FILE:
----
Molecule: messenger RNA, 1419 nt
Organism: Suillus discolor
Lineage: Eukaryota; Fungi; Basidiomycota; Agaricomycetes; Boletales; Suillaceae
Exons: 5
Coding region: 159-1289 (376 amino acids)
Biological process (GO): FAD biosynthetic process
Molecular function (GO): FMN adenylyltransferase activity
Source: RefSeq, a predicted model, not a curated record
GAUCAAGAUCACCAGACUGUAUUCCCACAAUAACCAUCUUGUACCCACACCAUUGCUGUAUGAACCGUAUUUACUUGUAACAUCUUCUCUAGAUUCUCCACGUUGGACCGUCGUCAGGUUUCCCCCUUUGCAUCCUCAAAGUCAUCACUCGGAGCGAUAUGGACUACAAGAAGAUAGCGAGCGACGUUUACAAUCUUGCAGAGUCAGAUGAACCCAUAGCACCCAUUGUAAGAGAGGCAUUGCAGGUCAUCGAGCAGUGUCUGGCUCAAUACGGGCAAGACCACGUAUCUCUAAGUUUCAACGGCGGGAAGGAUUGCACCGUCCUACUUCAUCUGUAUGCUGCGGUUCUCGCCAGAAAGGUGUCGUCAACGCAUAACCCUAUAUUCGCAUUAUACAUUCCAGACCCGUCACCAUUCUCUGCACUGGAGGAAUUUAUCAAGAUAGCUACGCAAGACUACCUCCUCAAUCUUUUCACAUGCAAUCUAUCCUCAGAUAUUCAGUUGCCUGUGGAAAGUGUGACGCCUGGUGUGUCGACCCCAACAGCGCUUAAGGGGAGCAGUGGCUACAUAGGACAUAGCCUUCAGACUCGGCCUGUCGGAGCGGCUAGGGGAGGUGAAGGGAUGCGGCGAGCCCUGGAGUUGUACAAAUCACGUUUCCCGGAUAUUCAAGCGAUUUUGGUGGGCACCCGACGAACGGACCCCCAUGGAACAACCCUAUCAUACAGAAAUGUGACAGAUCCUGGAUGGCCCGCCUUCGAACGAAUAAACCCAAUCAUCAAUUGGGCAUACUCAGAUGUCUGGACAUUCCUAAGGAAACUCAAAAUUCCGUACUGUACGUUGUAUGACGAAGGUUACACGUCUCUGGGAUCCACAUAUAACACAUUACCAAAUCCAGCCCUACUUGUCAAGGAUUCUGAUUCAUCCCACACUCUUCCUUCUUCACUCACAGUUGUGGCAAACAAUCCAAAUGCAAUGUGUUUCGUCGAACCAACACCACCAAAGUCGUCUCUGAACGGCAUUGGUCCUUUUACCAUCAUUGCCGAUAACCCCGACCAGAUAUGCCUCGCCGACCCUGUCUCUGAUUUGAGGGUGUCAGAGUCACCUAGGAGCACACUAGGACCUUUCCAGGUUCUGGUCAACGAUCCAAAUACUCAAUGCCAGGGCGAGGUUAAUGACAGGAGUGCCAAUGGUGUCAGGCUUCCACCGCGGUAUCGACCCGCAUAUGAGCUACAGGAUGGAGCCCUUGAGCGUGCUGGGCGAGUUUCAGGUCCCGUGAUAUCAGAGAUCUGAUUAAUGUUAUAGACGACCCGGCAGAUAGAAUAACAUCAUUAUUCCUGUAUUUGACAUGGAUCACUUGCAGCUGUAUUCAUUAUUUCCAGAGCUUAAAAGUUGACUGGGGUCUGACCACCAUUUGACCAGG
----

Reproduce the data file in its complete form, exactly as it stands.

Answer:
Molecule: messenger RNA, 1419 nt
Organism: Suillus discolor
Lineage: Eukaryota; Fungi; Basidiomycota; Agaricomycetes; Boletales; Suillaceae
Exons: 5
Coding region: 159-1289 (376 amino acids)
Biological process (GO): FAD biosynthetic process
Molecular function (GO): FMN adenylyltransferase activity
Source: RefSeq, a predicted model, not a curated record
GAUCAAGAUCACCAGACUGUAUUCCCACAAUAACCAUCUUGUACCCACACCAUUGCUGUAUGAACCGUAUUUACUUGUAACAUCUUCUCUAGAUUCUCCACGUUGGACCGUCGUCAGGUUUCCCCCUUUGCAUCCUCAAAGUCAUCACUCGGAGCGAUAUGGACUACAAGAAGAUAGCGAGCGACGUUUACAAUCUUGCAGAGUCAGAUGAACCCAUAGCACCCAUUGUAAGAGAGGCAUUGCAGGUCAUCGAGCAGUGUCUGGCUCAAUACGGGCAAGACCACGUAUCUCUAAGUUUCAACGGCGGGAAGGAUUGCACCGUCCUACUUCAUCUGUAUGCUGCGGUUCUCGCCAGAAAGGUGUCGUCAACGCAUAACCCUAUAUUCGCAUUAUACAUUCCAGACCCGUCACCAUUCUCUGCACUGGAGGAAUUUAUCAAGAUAGCUACGCAAGACUACCUCCUCAAUCUUUUCACAUGCAAUCUAUCCUCAGAUAUUCAGUUGCCUGUGGAAAGUGUGACGCCUGGUGUGUCGACCCCAACAGCGCUUAAGGGGAGCAGUGGCUACAUAGGACAUAGCCUUCAGACUCGGCCUGUCGGAGCGGCUAGGGGAGGUGAAGGGAUGCGGCGAGCCCUGGAGUUGUACAAAUCACGUUUCCCGGAUAUUCAAGCGAUUUUGGUGGGCACCCGACGAACGGACCCCCAUGGAACAACCCUAUCAUACAGAAAUGUGACAGAUCCUGGAUGGCCCGCCUUCGAACGAAUAAACCCAAUCAUCAAUUGGGCAUACUCAGAUGUCUGGACAUUCCUAAGGAAACUCAAAAUUCCGUACUGUACGUUGUAUGACGAAGGUUACACGUCUCUGGGAUCCACAUAUAACACAUUACCAAAUCCAGCCCUACUUGUCAAGGAUUCUGAUUCAUCCCACACUCUUCCUUCUUCACUCACAGUUGUGGCAAACAAUCCAAAUGCAAUGUGUUUCGUCGAACCAACACCACCAAAGUCGUCUCUGAACGGCAUUGGUCCUUUUACCAUCAUUGCCGAUAACCCCGACCAGAUAUGCCUCGCCGACCCUGUCUCUGAUUUGAGGGUGUCAGAGUCACCUAGGAGCACACUAGGACCUUUCCAGGUUCUGGUCAACGAUCCAAAUACUCAAUGCCAGGGCGAGGUUAAUGACAGGAGUGCCAAUGGUGUCAGGCUUCCACCGCGGUAUCGACCCGCAUAUGAGCUACAGGAUGGAGCCCUUGAGCGUGCUGGGCGAGUUUCAGGUCCCGUGAUAUCAGAGAUCUGAUUAAUGUUAUAGACGACCCGGCAGAUAGAAUAACAUCAUUAUUCCUGUAUUUGACAUGGAUCACUUGCAGCUGUAUUCAUUAUUUCCAGAGCUUAAAAGUUGACUGGGGUCUGACCACCAUUUGACCAGG